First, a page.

I do not recollect whether I said any thing in my last about the strength of the reinforcement with Arbuthnot. All the accounts agree that it does not exceed 3000, mostly recruits, and in very bad health; ’tis said more than a thousand died on the passage, and the greater part of the remainder, are journeying fast to the other world. Disease prevails also in the other parts of the army and...
I received your letter of the 10th ins. two days since & with my usual distraction suffered your apple to pass out of my hands and to be lost before it could be seen by the General. But Tilghman and Meade who saw it and pretend to be connoisseurs in matters of this kind laughed at me for my inquiries & insisted that it was nothing more than the common crab-apple and not the least resemblance...
I am much obliged to you, my dear Sir, for your two letters of the 16th & 23rd. In haste I snatch up my pen by an express going off to the Governor, to give you the news as it runs. The most important & best authenticated is, that Count D’Estaing was arrived on the coast of Georgia. The tale runs thus. We are in possession of a Charlestown paper of the 6th of September which mentions that the...
I am much obliged to you my dear Sir for your two letters of the 16th and 23d. In haste I snatch up my pen by an express going off to the Governor, to give you the news as it is runs. The most important and best ascertained is that Cou[n]t D’Estaing was arrived in the coast of Georgia. The tale stands thus. We are in possession of a Charles Town paper of the 8th. of September, which mentions...
Your obliging Favor by M r . Phelps it has remained thus long unanswered, because till to very lately I promised myself the Pleasure of seeing you, but that has now become very improbabl ly e as we expect to sail in a few Days— If I leave Congress with Regret and Your Reelection and ^ Consent to ^ Return to Congress are Circumstances which I consider as fortunate in the present Situation of...
Mr Laurance is setting out for Philadelphia to obtain a determination respecting the promotion which he may expect by continuing in his present station. It seems his pay has been lately reduced—and he stands in the predicament of the civil staff in general, without any assurances of having his depreciation made good; though certainly there can be no reason for excluding him from this piece of...
Your favors of the 4th & 9th came safe to hand. I thank you very sincerely for the several articles of intelligence contained in them; and shall be happy, at all times, to hear from you when any thing occurs worthy of the moments which must be spent in the communication. My hearty wishes attend your endeavours to accomplish the confederation. It is certainly a most desirable event for us—and a...
This will be handed you by the Marquis, who brings us very important intelligence. The General communicated the substance of it in a private letter to you & proposes a measure which all deem essential. For God’s sake, my Dear Sir, engage Congress to adopt it & come to a speedy decision. We have not a moment to lose. Were we to improve every instant of the interval, we should have too little...
Morristown [ New Jersey ] May 14, 1780 . Proposes that a small committee with all necessary power, rather than Congress, should handle proposed cooperation with French fleet and army. Believes that “we shall probably fix the independence of America if we succeed.” Would like to see Philip Schuyler, Robert R. Livingston, and James Duane on committee. Df , in writing of H, George Washington...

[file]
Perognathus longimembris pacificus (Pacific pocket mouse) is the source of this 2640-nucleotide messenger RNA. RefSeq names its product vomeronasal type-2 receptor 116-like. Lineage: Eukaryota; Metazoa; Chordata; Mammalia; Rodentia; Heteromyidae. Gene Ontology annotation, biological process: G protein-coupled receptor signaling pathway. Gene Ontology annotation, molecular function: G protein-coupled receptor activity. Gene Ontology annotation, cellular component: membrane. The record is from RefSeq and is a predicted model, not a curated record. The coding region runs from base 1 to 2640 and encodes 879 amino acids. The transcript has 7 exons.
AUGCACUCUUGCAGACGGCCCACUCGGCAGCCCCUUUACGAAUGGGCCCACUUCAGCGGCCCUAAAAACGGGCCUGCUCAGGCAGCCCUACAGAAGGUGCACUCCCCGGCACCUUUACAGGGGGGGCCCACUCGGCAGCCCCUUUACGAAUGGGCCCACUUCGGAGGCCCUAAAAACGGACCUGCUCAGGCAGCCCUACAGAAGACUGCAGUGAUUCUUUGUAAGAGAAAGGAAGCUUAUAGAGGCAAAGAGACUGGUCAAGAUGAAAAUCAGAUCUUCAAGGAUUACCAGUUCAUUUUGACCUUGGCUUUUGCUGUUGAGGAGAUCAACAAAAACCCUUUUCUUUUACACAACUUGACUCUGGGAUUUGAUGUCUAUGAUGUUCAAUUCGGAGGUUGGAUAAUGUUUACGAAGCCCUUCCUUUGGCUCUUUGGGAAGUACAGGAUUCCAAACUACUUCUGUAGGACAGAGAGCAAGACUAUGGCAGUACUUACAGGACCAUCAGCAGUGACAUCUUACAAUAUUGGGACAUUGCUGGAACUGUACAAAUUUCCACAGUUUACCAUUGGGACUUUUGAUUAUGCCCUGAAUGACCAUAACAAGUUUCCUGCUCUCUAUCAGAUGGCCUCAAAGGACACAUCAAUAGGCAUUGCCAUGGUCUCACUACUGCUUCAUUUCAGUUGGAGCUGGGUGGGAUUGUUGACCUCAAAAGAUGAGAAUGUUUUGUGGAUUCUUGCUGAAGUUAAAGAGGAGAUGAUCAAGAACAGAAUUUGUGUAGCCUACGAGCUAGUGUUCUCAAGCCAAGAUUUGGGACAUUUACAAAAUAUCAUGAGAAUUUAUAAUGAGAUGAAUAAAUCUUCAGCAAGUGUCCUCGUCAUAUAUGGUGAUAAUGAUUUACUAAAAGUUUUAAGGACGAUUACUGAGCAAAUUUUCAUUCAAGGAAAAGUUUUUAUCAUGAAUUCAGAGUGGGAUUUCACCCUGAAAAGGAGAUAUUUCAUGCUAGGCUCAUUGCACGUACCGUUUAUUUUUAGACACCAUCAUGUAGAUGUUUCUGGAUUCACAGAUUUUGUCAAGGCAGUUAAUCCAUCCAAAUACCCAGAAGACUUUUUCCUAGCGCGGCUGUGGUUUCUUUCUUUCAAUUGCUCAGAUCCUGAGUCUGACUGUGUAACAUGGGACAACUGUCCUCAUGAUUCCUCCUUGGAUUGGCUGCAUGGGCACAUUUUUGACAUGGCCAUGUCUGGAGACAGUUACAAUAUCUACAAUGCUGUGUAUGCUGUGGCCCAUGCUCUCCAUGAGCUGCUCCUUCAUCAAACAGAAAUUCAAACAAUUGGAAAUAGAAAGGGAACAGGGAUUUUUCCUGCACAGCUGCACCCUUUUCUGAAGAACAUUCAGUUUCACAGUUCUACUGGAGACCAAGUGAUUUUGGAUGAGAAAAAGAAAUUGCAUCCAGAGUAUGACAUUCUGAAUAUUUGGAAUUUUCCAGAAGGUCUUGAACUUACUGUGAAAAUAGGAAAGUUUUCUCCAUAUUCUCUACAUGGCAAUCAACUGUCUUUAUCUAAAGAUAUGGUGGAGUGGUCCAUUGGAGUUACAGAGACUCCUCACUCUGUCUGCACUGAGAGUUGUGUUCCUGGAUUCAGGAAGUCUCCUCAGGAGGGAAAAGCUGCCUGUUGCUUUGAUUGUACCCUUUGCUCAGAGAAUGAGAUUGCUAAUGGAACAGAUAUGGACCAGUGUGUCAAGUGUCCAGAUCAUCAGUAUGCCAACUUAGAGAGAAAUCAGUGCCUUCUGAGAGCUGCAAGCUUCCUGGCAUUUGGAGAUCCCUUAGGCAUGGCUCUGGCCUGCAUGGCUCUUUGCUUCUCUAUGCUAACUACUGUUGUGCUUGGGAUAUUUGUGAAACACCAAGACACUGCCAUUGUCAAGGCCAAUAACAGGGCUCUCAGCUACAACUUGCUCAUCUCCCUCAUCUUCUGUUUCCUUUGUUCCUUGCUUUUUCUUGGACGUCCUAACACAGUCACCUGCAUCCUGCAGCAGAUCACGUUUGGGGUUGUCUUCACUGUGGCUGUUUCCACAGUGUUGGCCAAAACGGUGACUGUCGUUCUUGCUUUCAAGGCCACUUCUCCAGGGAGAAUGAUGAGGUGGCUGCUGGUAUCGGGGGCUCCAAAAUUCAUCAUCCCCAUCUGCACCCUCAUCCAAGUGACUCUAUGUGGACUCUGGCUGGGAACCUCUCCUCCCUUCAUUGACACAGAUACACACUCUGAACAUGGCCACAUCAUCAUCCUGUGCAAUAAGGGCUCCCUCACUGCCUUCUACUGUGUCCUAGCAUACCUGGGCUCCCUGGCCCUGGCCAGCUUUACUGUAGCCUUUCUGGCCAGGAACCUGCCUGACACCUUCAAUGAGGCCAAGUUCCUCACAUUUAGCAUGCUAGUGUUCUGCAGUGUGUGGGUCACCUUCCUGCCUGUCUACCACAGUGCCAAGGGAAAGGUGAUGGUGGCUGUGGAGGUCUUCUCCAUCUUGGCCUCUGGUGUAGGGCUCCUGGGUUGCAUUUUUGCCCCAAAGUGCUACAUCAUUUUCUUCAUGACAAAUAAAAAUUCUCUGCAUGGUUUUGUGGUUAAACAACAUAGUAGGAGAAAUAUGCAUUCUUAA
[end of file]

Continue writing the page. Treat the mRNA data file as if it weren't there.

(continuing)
The arrival of the Marquis De La Fayette opens a prospect which offers the most important advantages to these states if proper measures are adopted to improve it. He announces an intention of his Court to send a fleet and army to cooperate effectually with us. In the present state of our finances, and in the total emptiness of our magazines, a plan must be concerted to bring out the resources...
I had the pleasure to receive your favor of the 21st of May in due time. You must be good enough to attribute my not answering it sooner to the real cause—a hurry of other business. I had been twice before applied to for my opinion on the propriety of promoting Captn McLean, the last was thro’ the Board of War to whom I stated my objections fully on the 9th of April —I need not enter into a...
I take the liberty my Dear Sir to request your interest for a friend of mine and a member of the family, Dr McHenry. He wishes to quit a Station which among foreigners is not viewed in a very reputable light and to get into one more military. He will go into the Marquis’s family as an aide. He has been in the army since the commencement of the War—first in the medical line, since the 15th of...
Agreeably to your request and my promise I sit down to give you my ideas of the defects of our present system, and the changes necessary to save us from ruin. They may perhaps be the reveries of a projector rather than the sober views of a politician. You will judge of them, and make what use you please of them. The fundamental defect is a want of power in Congress. It is hardly worth while to...
The letter accompanying this has lain by two or three days for want of an opportunity. I have heard since of Gates defeat, a very good comment on the necessity of changing our system. His passion for Militia, I fancy will be a little cured, and he will cease to think them the best bulwark of American liberty. What think you of the conduct of this great man? I am his enemy personally, for...
I have heard that a new arrangement is about to take place in the Medical Department and that it is likely, it will be a good deal curtailed with respect to its present appointments. Who will be the persons generally employed I am not informed, nor do I wish to know—however I will mention to you that I think Doctors Cochran and Craik from their Services—abilities and experience—and their close...